Last night on The Daily Show, host Jon Stewart called President Obama out on his flip-flopped positions on national security policies that Candidate Obama rejected during his presidential campaign.
Revisiting moments from the campaign trail, The Daily Show reminds us when, in November of 2007, then-Senator Obama stated: “Guantánamo — that’s easy — close down Guantánamo, restore habeas corpus, say no to renditions…” He went on to state, “Part of my job as the next President is to break the fever of fear that has been exploited by this administration.”
In reality, the Obama administration has continued, and in some cases expanded Bush administration national security policies that are inconsistent with basic human rights and liberties guaranteed under the Constitution.
And Jon Stewart isn’t the only one taking notice.
As we told you earlier this week, the Supreme Court announced that it would not hear the case of extraordinary rendition and torture victim, Maher Arar, a Canadian who was apprehended during a layover at JFK and subsequently sent to Syria for over 10 months where he was confined in an underground grave-like cell and tortured. The Times writes:
The Supreme Court’s refusal to consider the claims of Maher Arar, an innocent Canadian who was sent to Syria to be tortured in 2002, was a bitterly disappointing abdication of its duty to hold officials accountable for illegal acts. The Bush administration sent Mr. Arar to outsourced torment, but it was the Obama administration that urged this course of inaction…Amazingly, Mr. Obama’s acting solicitor general, Neal Katyal, urged the Supreme Court not to take the case, arguing in part that the court should not investigate the communications between the United States and other countries because it might damage diplomatic relations and affect national security… The Supreme Court’s action was disgraceful, but it had stepped away twice before from cases of torture victims. There is no excuse for the Obama administration’s conduct. It should demonstrate some moral authority by helping Canada’s investigation, apologizing to Mr. Arar and writing him a check.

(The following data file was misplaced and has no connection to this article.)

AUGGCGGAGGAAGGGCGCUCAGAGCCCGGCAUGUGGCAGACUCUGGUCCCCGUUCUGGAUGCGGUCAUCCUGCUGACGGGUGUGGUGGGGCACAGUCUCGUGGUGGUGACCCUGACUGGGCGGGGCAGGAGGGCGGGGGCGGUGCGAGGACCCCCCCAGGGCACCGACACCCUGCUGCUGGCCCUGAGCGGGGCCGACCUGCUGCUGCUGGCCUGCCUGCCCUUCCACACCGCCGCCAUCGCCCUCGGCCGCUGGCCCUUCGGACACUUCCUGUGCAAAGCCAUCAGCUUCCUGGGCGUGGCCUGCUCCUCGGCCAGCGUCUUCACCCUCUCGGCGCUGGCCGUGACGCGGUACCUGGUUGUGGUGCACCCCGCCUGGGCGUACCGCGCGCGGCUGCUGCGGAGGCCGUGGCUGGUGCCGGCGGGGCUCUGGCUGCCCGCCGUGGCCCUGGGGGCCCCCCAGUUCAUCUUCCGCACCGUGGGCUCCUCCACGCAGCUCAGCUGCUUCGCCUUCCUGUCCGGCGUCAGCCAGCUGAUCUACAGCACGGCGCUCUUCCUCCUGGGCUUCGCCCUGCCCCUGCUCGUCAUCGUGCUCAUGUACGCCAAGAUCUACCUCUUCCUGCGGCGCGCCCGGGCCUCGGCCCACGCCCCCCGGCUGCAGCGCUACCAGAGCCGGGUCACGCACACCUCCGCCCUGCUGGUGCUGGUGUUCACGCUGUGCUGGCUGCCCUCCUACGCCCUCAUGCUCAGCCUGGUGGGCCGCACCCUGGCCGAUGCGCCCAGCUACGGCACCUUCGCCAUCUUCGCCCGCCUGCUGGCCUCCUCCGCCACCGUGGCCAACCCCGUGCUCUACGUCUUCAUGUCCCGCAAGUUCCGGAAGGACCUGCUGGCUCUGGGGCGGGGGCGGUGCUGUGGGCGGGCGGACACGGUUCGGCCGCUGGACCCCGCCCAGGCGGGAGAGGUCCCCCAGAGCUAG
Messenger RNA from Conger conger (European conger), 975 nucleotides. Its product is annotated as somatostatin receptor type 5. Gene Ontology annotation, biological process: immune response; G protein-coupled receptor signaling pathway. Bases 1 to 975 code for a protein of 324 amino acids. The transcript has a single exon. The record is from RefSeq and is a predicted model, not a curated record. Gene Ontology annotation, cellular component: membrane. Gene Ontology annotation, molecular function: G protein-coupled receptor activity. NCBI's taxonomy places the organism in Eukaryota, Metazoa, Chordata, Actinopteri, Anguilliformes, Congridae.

The Washington Post opines on the case of Mohamed Mohamed Hassan Odaini, a 26-year-old Yemeni who was captured in Pakistan in 2002 and has been detained at Guantánamo ever since. The editorial, entitled, “Meet one Gitmo inmate who can't be described as 'the worst of the worst'” reports on a court order made public last week in Odaini’s case in which Judge Kennedy of the U.S. District Court for the District of Columbia writes that the government has "kept a young man from Yemen in detention in Cuba from age eighteen to age twenty-six…They have prevented him from seeing his family and denied him the opportunity to complete his studies and embark on a career. The evidence before the Court shows that holding Odaini in custody at such great cost to him has done nothing to make the United States more secure.” Ultimately, the court found no evidence tying Odaini to Al Qaeda, “emphatically” concluding that Odaini be release. The Post writes:
Yet Mr. Odaini may not soon see freedom. The Obama administration stopped all detainee transfers to Yemen after the attempted Christmas Day bombing of a U.S. airliner by a man who received terrorist training in Yemen. This freeze generally is sensible, given that the Yemeni government is probably incapable of keeping tabs on detainees who do pose a risk. But the administration should consider making an exception for Mr. Odaini, a young man from what is believed to be a good family and whose only crime was being in the wrong place at the wrong time. Alternatively, officials should do everything in their power to find a suitable third country. Whatever the approach, the administration must correct this injustice.
As Jon Stewart reminded us, it was Candidate Obama who once said: “No more ignoring the law when it’s inconvenient. That is not who we are...We will again set an example for the world that the law is not subject to the whims of stubborn rulers, and that justice is not arbitrary.”
We couldn’t have said it better ourselves.